Report on Offshore Wind in Massachusetts Confirms Outlook for Market Driving Low Cost at Larger Scale to Power State's Clean Energy Future; Study finds State's commitment to offshore wind would enable markets and technology to generate a more than 50% drop in cost – and below or at-market energy prices for ratepayers – in next decade

    March 15, 2016 (University of Delaware Special Initiative on Offshore Wind)

    …[A] commitment by Massachusetts to develop offshore wind (OSW) energy at a scale of 2,000 MW, combined with ongoing technology and industry advances, will lower previously projected costs for the clean energy source by as much as 55 percent in the next decade. That kind of cost reduction, driven by market forces, will put offshore wind on a clear path to deliver clean power at competitive prices for millions of ratepayers in the Boston area and beyond, and make the renewable resource a key contributor to the state's clean energy future [according to a new report from the University of Delaware Special Initiative on Offshore Wind]…The study says that costs for the first project in a 2,000 MW build-out of OSW will be [16.2¢/kWh, much lower than a one-off project cost of 24¢/kWh]. Further, costs will continue to decline and the last of these projects will reach a very competitive LCOE of 10.8¢/kWh…” click here for more

    Massachusetts Politics Slowing Solar-For-All

    New guide aims to help steer solar energy into low-income communities

    Katie Lannan, March 14, 2016 (State House News Service via WWLP-22News)

    “…[Massachusetts has been] a leader in making solar energy accessible to low-income communities…[but] that status could be at risk under legislation lawmakers are negotiating…[A new policy guide for low-income solar projects, assembled by national nonprofits Vote Solar, GRID Alternatives and the Center for Social Inclusion] examines models that open up solar access to affordable housing developments and low-income households, citing Massachusetts’ solar loan program and Green Communities Act of 2008 as successful examples…[until debates about net energy metering blocked growth because] it is not easy to keep solar projects alive while on a net metering waiting list, particularly low-income projects that tend to be more complicated and costly…” click here for more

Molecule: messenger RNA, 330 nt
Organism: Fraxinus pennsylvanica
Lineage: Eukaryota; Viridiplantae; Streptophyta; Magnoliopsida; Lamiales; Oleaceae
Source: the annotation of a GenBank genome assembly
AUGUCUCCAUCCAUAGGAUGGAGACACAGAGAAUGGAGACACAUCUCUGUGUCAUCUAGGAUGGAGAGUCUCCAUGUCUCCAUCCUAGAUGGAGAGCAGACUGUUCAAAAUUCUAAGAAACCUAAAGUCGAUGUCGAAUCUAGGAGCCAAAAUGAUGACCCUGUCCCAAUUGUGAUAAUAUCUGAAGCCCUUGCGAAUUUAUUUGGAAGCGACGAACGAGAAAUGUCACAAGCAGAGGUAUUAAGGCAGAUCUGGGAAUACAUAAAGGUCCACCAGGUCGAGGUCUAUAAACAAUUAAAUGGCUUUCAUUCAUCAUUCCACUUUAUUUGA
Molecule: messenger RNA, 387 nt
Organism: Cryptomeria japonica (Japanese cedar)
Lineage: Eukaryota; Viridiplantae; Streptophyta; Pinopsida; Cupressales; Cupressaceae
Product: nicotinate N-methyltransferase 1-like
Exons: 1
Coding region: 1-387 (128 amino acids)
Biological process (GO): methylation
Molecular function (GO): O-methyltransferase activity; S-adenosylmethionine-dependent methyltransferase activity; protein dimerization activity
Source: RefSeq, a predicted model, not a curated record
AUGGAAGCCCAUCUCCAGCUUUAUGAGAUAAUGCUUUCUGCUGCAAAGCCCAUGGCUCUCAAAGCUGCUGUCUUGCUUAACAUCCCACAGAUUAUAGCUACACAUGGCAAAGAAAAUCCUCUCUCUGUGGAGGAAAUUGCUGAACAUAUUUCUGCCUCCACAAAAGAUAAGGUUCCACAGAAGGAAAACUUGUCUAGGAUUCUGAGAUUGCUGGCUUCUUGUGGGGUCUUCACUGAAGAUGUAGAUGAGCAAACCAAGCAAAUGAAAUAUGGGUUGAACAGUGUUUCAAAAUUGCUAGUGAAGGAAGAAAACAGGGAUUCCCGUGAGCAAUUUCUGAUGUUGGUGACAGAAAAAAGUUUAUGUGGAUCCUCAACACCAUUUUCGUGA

Monday, March 14, 2016

    Meaningful Personal Action Against Climate Change

    Wondering how you can do more to fight climate change? Check this out

    Clayton Aldern, 10 March 2016 (Grist)

    “…[Cool Effect is organizing one-time donations and/or a monthly subscription model for crowd-funding for six projects designed to cut carbon pollution and] they’re funded on a ton-by-ton basis, with the price per metric ton varying between $4.12 and $13.18. Current projects include a biogas program for animal husbandry in Vietnam, an improved cookstove program in Peru, and a conservation project targeting the Alto Mayo Protected Forest in Peru. More will be coming soon…The platform isn’t the kind of place where just anyone can upload their backyard urban garden project for funding…The nonprofit chooses the projects that its users can support…Cool Effect maintains a wholly owned subsidiary called Global Offset Research, which is staffed by scientists and financial analysts responsible for digging into potential projects’ viability…If a project falls under the Cool Effect hood, that means it has passed a detailed financial and management analysis, as well as cross-verification of its [additionality, transparency, and] scientific claims…” click here for more

    Third Party Financing For Wind Comes To The Midwest

    United Wind introduces third-party leasing to wind energy market; New York company working with Kansas farmers to capture wind

    Morgan Chilson, March 12, 2016 (Topeka Capital Journal)

    “…New York startup United Wind’s WindLease program,is pushing into the distributed wind energy market in Kansas and other Midwestern states, backed by significant international dollars and the opportunity for landowners to use third-party financing to tap into wind energy…[The financing plan] eliminates the substantial initial investment farmers and property owners would have to make to purchase a wind turbine…Instead, farmers can sign a 20-year lease agreement with United Wind, which would install and maintain the turbine…[Toronto’s Forum Equity Partners invested $200 million and Statoil Energy Ventures, an arm of Norway’s largest energy provider Statoil ASA, invested $3 million in United Wind last month.] According to the U.S. Department of Energy’s 2014 Distributed Wind Energy Report, distributed wind projects in the United Sates accounted for almost 1 gigawatt of energy generation from nearly 784,00 wind turbines…[but sales have] slowed after record sales in 2008 through 2012…[United Wind] hopes to change that by simplifying the process of putting in a turbine…” click here for more